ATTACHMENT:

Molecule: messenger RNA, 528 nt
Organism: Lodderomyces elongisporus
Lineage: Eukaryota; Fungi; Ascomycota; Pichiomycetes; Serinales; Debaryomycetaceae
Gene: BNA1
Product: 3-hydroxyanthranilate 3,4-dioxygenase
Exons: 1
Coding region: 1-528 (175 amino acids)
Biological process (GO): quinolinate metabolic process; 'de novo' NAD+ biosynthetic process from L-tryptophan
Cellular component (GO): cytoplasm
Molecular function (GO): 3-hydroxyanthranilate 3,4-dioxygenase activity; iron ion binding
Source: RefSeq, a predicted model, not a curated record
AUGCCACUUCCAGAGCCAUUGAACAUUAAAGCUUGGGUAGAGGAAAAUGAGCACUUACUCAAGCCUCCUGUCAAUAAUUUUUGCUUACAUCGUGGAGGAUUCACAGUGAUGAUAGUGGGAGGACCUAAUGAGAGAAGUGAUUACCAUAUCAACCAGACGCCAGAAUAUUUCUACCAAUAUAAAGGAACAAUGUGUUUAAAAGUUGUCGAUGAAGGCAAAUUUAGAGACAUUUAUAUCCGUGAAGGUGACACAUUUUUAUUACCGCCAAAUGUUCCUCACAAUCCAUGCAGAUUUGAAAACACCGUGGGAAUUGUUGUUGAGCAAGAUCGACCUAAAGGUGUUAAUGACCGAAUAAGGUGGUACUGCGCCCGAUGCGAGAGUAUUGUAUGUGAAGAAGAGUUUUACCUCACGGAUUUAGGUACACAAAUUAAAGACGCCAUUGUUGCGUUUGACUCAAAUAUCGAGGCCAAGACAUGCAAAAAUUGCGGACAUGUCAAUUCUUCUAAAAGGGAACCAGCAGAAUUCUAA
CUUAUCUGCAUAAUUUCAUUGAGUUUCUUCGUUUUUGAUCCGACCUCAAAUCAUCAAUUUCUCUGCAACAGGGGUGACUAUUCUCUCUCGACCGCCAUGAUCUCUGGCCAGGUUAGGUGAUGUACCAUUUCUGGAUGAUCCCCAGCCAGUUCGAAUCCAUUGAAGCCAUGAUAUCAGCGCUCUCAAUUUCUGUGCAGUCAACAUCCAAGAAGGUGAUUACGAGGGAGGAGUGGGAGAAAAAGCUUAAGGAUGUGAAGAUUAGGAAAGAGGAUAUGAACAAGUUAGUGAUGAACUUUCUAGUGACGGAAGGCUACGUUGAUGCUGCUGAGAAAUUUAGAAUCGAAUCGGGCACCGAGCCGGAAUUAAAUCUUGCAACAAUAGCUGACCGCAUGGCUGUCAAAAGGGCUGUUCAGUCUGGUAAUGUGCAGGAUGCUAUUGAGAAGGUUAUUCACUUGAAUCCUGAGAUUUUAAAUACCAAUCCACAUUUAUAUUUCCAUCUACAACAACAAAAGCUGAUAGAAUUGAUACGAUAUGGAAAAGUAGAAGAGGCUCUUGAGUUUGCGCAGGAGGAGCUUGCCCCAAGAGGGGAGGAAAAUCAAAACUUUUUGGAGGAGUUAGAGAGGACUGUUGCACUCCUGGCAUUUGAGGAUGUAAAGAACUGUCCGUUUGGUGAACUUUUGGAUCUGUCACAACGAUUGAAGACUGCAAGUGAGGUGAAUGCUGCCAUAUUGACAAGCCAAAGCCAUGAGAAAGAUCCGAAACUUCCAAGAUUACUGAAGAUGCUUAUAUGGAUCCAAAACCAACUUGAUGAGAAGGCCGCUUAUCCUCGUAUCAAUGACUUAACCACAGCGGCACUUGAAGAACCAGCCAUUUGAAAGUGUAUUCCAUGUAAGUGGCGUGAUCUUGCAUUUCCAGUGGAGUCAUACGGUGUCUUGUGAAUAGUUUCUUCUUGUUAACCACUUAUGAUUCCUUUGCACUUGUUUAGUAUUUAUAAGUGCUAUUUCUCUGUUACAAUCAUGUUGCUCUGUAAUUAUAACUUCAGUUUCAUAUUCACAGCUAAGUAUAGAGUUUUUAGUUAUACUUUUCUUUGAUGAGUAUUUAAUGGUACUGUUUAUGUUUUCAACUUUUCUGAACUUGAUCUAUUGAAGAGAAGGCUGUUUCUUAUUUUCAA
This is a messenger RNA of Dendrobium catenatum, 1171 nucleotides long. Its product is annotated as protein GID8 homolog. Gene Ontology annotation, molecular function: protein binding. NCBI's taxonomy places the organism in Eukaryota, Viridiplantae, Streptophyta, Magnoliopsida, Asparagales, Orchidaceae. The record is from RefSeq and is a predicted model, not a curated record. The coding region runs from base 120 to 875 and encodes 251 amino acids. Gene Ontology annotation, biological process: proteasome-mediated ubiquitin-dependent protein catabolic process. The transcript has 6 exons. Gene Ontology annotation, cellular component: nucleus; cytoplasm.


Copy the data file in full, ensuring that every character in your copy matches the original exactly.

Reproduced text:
Molecule: messenger RNA, 528 nt
Organism: Lodderomyces elongisporus
Lineage: Eukaryota; Fungi; Ascomycota; Pichiomycetes; Serinales; Debaryomycetaceae
Gene: BNA1
Product: 3-hydroxyanthranilate 3,4-dioxygenase
Exons: 1
Coding region: 1-528 (175 amino acids)
Biological process (GO): quinolinate metabolic process; 'de novo' NAD+ biosynthetic process from L-tryptophan
Cellular component (GO): cytoplasm
Molecular function (GO): 3-hydroxyanthranilate 3,4-dioxygenase activity; iron ion binding
Source: RefSeq, a predicted model, not a curated record
AUGCCACUUCCAGAGCCAUUGAACAUUAAAGCUUGGGUAGAGGAAAAUGAGCACUUACUCAAGCCUCCUGUCAAUAAUUUUUGCUUACAUCGUGGAGGAUUCACAGUGAUGAUAGUGGGAGGACCUAAUGAGAGAAGUGAUUACCAUAUCAACCAGACGCCAGAAUAUUUCUACCAAUAUAAAGGAACAAUGUGUUUAAAAGUUGUCGAUGAAGGCAAAUUUAGAGACAUUUAUAUCCGUGAAGGUGACACAUUUUUAUUACCGCCAAAUGUUCCUCACAAUCCAUGCAGAUUUGAAAACACCGUGGGAAUUGUUGUUGAGCAAGAUCGACCUAAAGGUGUUAAUGACCGAAUAAGGUGGUACUGCGCCCGAUGCGAGAGUAUUGUAUGUGAAGAAGAGUUUUACCUCACGGAUUUAGGUACACAAAUUAAAGACGCCAUUGUUGCGUUUGACUCAAAUAUCGAGGCCAAGACAUGCAAAAAUUGCGGACAUGUCAAUUCUUCUAAAAGGGAACCAGCAGAAUUCUAA
CUUAUCUGCAUAAUUUCAUUGAGUUUCUUCGUUUUUGAUCCGACCUCAAAUCAUCAAUUUCUCUGCAACAGGGGUGACUAUUCUCUCUCGACCGCCAUGAUCUCUGGCCAGGUUAGGUGAUGUACCAUUUCUGGAUGAUCCCCAGCCAGUUCGAAUCCAUUGAAGCCAUGAUAUCAGCGCUCUCAAUUUCUGUGCAGUCAACAUCCAAGAAGGUGAUUACGAGGGAGGAGUGGGAGAAAAAGCUUAAGGAUGUGAAGAUUAGGAAAGAGGAUAUGAACAAGUUAGUGAUGAACUUUCUAGUGACGGAAGGCUACGUUGAUGCUGCUGAGAAAUUUAGAAUCGAAUCGGGCACCGAGCCGGAAUUAAAUCUUGCAACAAUAGCUGACCGCAUGGCUGUCAAAAGGGCUGUUCAGUCUGGUAAUGUGCAGGAUGCUAUUGAGAAGGUUAUUCACUUGAAUCCUGAGAUUUUAAAUACCAAUCCACAUUUAUAUUUCCAUCUACAACAACAAAAGCUGAUAGAAUUGAUACGAUAUGGAAAAGUAGAAGAGGCUCUUGAGUUUGCGCAGGAGGAGCUUGCCCCAAGAGGGGAGGAAAAUCAAAACUUUUUGGAGGAGUUAGAGAGGACUGUUGCACUCCUGGCAUUUGAGGAUGUAAAGAACUGUCCGUUUGGUGAACUUUUGGAUCUGUCACAACGAUUGAAGACUGCAAGUGAGGUGAAUGCUGCCAUAUUGACAAGCCAAAGCCAUGAGAAAGAUCCGAAACUUCCAAGAUUACUGAAGAUGCUUAUAUGGAUCCAAAACCAACUUGAUGAGAAGGCCGCUUAUCCUCGUAUCAAUGACUUAACCACAGCGGCACUUGAAGAACCAGCCAUUUGAAAGUGUAUUCCAUGUAAGUGGCGUGAUCUUGCAUUUCCAGUGGAGUCAUACGGUGUCUUGUGAAUAGUUUCUUCUUGUUAACCACUUAUGAUUCCUUUGCACUUGUUUAGUAUUUAUAAGUGCUAUUUCUCUGUUACAAUCAUGUUGCUCUGUAAUUAUAACUUCAGUUUCAUAUUCACAGCUAAGUAUAGAGUUUUUAGUUAUACUUUUCUUUGAUGAGUAUUUAAUGGUACUGUUUAUGUUUUCAACUUUUCUGAACUUGAUCUAUUGAAGAGAAGGCUGUUUCUUAUUUUCAA
This is a messenger RNA of Dendrobium catenatum, 1171 nucleotides long. Its product is annotated as protein GID8 homolog. Gene Ontology annotation, molecular function: protein binding. NCBI's taxonomy places the organism in Eukaryota, Viridiplantae, Streptophyta, Magnoliopsida, Asparagales, Orchidaceae. The record is from RefSeq and is a predicted model, not a curated record. The coding region runs from base 120 to 875 and encodes 251 amino acids. Gene Ontology annotation, biological process: proteasome-mediated ubiquitin-dependent protein catabolic process. The transcript has 6 exons. Gene Ontology annotation, cellular component: nucleus; cytoplasm.